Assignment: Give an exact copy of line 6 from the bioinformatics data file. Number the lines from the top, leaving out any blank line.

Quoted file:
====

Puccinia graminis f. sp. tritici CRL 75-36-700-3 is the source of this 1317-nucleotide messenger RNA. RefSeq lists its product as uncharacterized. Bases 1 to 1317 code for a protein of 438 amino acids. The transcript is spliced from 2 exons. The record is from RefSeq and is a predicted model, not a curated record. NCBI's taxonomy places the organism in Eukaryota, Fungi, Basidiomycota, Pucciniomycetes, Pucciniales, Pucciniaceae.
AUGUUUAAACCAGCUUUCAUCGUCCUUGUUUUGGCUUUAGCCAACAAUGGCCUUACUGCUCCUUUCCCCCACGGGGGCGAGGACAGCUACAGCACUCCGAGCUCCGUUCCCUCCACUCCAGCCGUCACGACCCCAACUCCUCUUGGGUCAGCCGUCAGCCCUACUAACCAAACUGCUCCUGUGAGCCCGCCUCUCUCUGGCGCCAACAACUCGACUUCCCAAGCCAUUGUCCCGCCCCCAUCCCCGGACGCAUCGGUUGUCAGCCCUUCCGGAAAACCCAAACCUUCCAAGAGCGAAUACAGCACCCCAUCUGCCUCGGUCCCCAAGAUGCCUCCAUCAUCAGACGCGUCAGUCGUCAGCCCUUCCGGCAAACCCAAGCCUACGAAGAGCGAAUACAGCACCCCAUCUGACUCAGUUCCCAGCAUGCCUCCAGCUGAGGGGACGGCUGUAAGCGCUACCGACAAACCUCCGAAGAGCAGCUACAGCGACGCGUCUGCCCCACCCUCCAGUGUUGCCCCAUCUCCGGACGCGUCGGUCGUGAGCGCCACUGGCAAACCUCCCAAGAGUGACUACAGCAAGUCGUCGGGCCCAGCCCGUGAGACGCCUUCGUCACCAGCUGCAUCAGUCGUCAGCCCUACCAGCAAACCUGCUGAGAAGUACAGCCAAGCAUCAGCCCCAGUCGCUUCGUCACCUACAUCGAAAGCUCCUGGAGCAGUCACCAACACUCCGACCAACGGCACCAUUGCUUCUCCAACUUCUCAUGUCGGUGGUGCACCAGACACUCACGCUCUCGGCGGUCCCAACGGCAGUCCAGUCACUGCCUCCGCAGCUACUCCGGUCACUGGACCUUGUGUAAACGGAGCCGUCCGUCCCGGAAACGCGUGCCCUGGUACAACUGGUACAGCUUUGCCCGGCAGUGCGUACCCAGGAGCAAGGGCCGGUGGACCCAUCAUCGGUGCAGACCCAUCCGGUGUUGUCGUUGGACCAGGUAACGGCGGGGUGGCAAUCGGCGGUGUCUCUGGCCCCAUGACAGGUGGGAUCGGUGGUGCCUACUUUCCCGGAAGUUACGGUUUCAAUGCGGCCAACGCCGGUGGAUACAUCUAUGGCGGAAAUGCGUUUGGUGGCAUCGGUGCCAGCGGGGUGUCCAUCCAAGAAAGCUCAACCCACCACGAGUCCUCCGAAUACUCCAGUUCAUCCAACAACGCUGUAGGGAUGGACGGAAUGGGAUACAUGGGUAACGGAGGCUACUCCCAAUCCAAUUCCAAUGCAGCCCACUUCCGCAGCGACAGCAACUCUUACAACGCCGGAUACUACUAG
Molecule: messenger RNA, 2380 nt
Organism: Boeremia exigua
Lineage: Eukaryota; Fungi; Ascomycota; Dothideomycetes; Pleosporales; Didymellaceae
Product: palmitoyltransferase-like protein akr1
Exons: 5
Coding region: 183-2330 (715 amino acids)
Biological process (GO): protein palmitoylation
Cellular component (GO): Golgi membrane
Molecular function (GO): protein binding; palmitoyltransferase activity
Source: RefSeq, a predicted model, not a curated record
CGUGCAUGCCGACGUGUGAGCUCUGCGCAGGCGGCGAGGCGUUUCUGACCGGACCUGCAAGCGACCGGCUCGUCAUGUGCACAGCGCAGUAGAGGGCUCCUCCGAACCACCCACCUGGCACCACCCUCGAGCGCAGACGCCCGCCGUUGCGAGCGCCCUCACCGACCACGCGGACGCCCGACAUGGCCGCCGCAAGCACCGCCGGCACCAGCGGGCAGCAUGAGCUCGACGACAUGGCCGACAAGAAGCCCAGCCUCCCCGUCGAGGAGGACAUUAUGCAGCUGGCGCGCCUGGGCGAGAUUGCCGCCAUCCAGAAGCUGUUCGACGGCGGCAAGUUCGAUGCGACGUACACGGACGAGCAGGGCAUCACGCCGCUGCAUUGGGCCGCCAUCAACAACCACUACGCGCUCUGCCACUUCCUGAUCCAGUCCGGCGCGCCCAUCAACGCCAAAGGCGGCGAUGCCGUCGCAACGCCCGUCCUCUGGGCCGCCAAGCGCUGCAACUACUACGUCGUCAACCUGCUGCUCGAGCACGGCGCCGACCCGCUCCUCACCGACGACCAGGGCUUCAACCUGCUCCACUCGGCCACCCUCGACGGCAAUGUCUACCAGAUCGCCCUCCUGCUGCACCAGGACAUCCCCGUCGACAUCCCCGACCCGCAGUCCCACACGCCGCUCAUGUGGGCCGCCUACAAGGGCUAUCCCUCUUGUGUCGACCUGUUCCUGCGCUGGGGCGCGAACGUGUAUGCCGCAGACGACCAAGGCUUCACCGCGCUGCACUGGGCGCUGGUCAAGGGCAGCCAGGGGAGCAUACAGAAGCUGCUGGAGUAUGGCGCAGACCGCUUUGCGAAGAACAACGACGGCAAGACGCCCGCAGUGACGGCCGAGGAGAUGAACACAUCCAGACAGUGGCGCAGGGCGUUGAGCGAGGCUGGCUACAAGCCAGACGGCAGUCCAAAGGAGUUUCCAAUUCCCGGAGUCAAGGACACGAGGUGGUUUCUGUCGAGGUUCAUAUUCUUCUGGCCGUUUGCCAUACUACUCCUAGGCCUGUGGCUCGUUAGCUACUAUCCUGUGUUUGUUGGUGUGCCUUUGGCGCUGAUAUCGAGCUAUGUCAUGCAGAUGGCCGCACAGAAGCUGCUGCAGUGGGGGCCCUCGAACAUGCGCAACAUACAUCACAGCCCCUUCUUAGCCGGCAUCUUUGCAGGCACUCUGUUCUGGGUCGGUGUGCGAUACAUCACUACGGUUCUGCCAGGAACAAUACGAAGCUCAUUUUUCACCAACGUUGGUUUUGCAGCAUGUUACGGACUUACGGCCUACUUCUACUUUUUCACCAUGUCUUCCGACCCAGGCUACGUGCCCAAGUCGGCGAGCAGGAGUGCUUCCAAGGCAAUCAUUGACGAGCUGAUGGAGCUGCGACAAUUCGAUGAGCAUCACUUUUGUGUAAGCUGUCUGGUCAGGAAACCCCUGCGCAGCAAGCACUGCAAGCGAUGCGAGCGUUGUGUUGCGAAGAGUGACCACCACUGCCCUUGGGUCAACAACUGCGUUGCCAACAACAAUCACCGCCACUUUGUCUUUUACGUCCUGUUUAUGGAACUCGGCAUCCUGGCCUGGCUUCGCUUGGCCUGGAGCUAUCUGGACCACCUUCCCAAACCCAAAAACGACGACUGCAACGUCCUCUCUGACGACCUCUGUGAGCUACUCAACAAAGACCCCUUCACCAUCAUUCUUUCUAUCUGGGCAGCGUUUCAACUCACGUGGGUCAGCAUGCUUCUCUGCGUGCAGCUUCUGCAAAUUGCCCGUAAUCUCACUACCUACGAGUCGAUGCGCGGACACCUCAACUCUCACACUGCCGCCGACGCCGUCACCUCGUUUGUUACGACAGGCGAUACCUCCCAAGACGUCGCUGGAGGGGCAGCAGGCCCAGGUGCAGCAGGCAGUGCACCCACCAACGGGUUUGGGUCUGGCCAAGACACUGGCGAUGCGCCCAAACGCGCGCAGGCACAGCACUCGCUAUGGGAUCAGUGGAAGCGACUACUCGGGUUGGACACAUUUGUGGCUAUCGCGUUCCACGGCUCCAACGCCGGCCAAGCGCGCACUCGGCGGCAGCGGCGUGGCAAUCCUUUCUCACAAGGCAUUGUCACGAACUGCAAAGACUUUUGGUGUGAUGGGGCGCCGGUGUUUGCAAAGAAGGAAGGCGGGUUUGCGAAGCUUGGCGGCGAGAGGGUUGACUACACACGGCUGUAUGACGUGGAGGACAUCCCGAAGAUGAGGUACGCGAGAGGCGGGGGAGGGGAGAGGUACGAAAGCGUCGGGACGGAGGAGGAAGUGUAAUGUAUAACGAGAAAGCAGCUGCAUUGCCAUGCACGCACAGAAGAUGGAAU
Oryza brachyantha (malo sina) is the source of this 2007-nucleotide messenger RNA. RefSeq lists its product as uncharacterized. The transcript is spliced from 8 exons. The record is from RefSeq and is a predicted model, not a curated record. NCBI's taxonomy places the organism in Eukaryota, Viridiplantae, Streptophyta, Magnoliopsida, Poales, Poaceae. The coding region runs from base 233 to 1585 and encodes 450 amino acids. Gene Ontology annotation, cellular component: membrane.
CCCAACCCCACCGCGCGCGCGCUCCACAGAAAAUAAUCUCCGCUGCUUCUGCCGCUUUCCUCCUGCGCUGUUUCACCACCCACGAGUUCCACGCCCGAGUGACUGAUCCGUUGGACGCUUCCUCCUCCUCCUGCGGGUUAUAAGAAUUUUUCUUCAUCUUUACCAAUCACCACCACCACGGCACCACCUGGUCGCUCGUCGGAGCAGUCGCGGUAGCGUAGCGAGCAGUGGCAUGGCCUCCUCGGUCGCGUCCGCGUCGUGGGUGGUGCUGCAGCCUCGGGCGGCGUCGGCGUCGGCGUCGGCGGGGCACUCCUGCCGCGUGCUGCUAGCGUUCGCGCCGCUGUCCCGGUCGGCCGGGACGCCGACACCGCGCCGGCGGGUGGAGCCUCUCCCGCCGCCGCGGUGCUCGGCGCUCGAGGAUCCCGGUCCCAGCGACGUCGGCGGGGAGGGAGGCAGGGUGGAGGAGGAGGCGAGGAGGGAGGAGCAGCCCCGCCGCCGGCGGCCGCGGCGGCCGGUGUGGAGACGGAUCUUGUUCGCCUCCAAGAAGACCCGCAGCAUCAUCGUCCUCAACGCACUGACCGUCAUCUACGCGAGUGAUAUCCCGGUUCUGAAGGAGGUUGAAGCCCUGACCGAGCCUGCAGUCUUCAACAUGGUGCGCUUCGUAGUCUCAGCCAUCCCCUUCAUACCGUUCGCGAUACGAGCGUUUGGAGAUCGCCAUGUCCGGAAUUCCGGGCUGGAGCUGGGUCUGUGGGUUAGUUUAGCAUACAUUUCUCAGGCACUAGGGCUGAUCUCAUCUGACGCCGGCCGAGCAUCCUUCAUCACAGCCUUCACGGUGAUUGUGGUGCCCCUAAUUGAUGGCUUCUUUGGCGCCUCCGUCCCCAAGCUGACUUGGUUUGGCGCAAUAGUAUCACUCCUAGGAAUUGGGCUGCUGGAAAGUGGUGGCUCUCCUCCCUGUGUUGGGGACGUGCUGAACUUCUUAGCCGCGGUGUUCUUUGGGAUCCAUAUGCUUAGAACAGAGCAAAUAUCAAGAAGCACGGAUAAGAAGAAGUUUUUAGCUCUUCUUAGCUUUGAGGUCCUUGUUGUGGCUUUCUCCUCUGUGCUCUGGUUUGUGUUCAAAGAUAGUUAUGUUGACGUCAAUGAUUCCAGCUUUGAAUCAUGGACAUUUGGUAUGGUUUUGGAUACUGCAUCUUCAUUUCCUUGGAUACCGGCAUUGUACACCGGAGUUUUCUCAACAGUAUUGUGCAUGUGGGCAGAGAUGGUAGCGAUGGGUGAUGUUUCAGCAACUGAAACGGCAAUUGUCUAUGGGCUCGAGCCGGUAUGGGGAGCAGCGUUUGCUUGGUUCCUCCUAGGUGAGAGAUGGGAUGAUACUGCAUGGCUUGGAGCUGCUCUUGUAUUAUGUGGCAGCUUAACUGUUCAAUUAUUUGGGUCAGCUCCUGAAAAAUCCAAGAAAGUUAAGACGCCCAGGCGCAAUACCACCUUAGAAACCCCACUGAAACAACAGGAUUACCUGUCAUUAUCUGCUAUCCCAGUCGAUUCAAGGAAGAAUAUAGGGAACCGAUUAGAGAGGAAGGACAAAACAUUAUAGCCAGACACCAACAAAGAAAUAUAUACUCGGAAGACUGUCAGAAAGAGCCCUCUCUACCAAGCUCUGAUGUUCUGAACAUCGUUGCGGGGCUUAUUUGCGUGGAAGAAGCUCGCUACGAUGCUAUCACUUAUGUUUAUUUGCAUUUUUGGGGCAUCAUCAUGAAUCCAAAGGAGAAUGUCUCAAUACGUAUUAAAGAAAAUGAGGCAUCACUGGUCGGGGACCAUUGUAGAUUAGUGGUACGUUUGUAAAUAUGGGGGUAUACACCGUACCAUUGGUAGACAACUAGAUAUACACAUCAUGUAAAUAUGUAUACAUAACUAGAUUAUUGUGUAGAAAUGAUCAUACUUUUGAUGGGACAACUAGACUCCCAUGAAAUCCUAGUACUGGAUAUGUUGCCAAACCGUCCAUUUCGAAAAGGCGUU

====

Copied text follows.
Product: palmitoyltransferase-like protein akr1